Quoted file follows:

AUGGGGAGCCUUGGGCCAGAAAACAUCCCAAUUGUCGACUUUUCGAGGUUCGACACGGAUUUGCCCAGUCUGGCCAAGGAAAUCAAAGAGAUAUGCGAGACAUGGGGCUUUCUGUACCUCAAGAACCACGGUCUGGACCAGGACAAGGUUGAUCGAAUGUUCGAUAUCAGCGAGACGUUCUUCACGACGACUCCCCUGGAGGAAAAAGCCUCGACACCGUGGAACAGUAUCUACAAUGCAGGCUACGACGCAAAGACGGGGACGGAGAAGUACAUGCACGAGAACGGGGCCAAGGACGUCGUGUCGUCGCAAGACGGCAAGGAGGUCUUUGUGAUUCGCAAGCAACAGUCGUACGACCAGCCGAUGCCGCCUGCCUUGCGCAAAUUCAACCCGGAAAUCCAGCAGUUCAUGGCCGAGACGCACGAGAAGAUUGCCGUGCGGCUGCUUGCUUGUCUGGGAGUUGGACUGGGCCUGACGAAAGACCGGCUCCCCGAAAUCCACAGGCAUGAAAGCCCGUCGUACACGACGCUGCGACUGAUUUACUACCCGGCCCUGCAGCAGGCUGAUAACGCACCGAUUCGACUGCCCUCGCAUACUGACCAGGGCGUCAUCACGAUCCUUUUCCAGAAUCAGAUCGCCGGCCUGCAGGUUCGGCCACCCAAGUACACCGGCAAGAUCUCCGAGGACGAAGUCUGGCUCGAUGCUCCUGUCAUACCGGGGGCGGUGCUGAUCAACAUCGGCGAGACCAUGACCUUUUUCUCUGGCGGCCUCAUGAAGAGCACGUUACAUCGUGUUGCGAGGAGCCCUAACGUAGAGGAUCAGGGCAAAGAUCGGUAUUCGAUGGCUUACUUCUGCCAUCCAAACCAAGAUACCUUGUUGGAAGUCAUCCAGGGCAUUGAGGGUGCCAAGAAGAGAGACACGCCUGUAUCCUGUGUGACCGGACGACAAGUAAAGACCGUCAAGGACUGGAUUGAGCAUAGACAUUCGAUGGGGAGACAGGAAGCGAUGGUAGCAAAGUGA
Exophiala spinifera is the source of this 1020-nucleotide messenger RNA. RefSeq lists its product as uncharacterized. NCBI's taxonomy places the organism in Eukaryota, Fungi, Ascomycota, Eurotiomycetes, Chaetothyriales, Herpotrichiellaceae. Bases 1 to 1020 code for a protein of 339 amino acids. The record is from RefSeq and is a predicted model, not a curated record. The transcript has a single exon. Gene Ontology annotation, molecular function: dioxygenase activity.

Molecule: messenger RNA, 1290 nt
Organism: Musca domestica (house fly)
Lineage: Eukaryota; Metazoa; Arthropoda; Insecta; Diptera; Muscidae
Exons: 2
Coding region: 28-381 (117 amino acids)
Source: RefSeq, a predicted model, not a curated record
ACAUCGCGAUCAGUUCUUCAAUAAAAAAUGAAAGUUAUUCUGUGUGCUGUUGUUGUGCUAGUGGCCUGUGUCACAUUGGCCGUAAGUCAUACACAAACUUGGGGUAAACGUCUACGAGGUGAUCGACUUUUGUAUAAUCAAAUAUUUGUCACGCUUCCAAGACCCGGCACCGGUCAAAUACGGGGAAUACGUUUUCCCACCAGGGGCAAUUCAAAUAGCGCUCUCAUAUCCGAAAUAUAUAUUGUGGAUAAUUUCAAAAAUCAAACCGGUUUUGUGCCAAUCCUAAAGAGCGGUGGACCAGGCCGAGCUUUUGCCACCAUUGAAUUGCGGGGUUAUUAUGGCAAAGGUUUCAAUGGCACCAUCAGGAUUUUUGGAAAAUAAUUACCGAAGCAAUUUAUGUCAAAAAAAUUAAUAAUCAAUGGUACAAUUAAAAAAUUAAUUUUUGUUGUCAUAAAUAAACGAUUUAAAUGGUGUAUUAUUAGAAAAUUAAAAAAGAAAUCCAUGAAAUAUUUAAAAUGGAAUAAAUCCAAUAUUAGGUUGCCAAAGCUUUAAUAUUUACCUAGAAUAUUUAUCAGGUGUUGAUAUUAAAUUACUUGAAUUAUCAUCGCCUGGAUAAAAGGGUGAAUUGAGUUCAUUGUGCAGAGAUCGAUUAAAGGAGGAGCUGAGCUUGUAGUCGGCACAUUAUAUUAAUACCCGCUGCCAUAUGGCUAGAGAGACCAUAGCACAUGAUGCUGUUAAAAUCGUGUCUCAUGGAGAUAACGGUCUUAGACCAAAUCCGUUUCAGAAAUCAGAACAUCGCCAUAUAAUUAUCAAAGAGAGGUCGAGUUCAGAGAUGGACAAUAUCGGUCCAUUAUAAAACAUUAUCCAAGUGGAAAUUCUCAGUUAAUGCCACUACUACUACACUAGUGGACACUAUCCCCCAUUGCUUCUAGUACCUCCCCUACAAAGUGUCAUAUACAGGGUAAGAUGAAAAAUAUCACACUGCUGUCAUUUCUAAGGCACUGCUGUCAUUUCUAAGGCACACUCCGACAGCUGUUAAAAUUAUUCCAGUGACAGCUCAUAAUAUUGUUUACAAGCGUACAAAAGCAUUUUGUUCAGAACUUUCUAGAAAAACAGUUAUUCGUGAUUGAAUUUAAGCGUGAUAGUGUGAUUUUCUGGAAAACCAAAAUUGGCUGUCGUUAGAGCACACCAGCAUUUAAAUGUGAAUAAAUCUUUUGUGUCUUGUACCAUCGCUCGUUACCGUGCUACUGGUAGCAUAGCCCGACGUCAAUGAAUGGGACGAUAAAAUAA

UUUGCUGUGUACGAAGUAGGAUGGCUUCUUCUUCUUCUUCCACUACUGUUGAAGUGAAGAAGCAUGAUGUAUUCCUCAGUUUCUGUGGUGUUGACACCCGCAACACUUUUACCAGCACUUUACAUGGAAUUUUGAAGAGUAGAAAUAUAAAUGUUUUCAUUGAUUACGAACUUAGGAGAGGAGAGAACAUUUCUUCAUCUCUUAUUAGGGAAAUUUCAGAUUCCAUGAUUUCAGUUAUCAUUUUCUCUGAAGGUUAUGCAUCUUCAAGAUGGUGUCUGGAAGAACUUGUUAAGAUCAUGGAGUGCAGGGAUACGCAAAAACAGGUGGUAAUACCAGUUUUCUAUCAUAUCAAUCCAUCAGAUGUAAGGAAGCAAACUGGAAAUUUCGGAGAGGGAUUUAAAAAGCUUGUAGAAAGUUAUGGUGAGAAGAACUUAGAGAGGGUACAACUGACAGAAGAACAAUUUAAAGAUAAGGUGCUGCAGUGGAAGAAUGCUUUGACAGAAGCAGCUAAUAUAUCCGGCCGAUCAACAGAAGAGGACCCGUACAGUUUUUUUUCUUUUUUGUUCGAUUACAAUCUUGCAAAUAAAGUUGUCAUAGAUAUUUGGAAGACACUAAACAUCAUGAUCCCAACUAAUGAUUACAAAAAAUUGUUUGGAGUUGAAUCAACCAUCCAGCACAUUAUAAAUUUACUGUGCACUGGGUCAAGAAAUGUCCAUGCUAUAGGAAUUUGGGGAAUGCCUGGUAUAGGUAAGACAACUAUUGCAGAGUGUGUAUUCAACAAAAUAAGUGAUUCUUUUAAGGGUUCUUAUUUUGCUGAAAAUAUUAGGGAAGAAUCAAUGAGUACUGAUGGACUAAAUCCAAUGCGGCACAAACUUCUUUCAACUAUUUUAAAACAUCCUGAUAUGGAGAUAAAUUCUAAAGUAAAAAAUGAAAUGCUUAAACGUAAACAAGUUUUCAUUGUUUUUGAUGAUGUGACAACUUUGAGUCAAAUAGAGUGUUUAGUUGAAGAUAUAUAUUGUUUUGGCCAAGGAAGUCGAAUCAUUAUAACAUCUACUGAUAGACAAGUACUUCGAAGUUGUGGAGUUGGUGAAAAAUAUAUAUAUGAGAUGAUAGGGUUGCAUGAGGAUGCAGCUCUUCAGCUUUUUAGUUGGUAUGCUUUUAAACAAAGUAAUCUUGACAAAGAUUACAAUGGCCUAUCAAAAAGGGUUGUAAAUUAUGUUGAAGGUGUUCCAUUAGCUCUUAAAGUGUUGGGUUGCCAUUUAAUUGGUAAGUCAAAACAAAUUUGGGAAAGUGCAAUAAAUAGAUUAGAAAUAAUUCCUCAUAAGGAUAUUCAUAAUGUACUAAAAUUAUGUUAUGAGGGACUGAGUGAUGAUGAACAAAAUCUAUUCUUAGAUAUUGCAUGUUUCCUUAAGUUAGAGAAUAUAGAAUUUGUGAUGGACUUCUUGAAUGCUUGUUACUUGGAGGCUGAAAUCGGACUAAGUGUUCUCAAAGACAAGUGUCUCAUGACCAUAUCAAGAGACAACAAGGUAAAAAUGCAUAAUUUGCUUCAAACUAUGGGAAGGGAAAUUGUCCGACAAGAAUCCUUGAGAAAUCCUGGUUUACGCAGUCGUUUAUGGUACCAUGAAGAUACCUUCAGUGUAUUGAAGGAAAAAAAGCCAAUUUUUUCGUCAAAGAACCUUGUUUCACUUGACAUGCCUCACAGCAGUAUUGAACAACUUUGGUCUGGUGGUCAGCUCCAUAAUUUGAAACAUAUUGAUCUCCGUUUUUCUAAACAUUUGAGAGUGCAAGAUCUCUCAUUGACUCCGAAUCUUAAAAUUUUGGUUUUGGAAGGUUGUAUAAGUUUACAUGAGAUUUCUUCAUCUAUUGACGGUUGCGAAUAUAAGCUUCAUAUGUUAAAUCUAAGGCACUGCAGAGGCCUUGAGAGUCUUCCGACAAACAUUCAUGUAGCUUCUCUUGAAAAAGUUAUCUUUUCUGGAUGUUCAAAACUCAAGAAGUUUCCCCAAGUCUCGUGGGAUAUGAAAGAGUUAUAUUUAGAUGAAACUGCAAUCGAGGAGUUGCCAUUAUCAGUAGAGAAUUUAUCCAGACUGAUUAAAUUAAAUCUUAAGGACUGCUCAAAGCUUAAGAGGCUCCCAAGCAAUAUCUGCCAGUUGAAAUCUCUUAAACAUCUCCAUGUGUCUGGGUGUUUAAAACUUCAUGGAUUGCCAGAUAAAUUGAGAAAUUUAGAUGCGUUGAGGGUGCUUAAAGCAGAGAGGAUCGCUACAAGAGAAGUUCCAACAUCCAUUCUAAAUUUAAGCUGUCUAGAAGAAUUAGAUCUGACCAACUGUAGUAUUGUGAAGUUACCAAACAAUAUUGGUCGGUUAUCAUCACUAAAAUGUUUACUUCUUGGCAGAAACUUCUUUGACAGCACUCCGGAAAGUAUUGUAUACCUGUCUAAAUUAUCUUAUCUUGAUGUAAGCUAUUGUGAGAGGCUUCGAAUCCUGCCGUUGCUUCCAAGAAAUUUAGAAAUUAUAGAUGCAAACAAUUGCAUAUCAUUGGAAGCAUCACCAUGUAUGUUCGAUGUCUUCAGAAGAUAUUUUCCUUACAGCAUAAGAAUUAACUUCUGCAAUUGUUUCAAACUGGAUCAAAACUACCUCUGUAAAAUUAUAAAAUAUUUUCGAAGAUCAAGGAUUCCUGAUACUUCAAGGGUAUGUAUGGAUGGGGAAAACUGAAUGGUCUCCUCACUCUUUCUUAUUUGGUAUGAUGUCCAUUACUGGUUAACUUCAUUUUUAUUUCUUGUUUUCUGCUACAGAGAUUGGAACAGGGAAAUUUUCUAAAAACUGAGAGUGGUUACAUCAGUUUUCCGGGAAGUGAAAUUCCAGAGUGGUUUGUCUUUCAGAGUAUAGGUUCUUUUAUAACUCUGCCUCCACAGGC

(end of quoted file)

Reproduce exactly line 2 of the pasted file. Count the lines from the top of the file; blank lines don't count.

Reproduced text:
Exophiala spinifera is the source of this 1020-nucleotide messenger RNA. RefSeq lists its product as uncharacterized. NCBI's taxonomy places the organism in Eukaryota, Fungi, Ascomycota, Eurotiomycetes, Chaetothyriales, Herpotrichiellaceae. Bases 1 to 1020 code for a protein of 339 amino acids. The record is from RefSeq and is a predicted model, not a curated record. The transcript has a single exon. Gene Ontology annotation, molecular function: dioxygenase activity.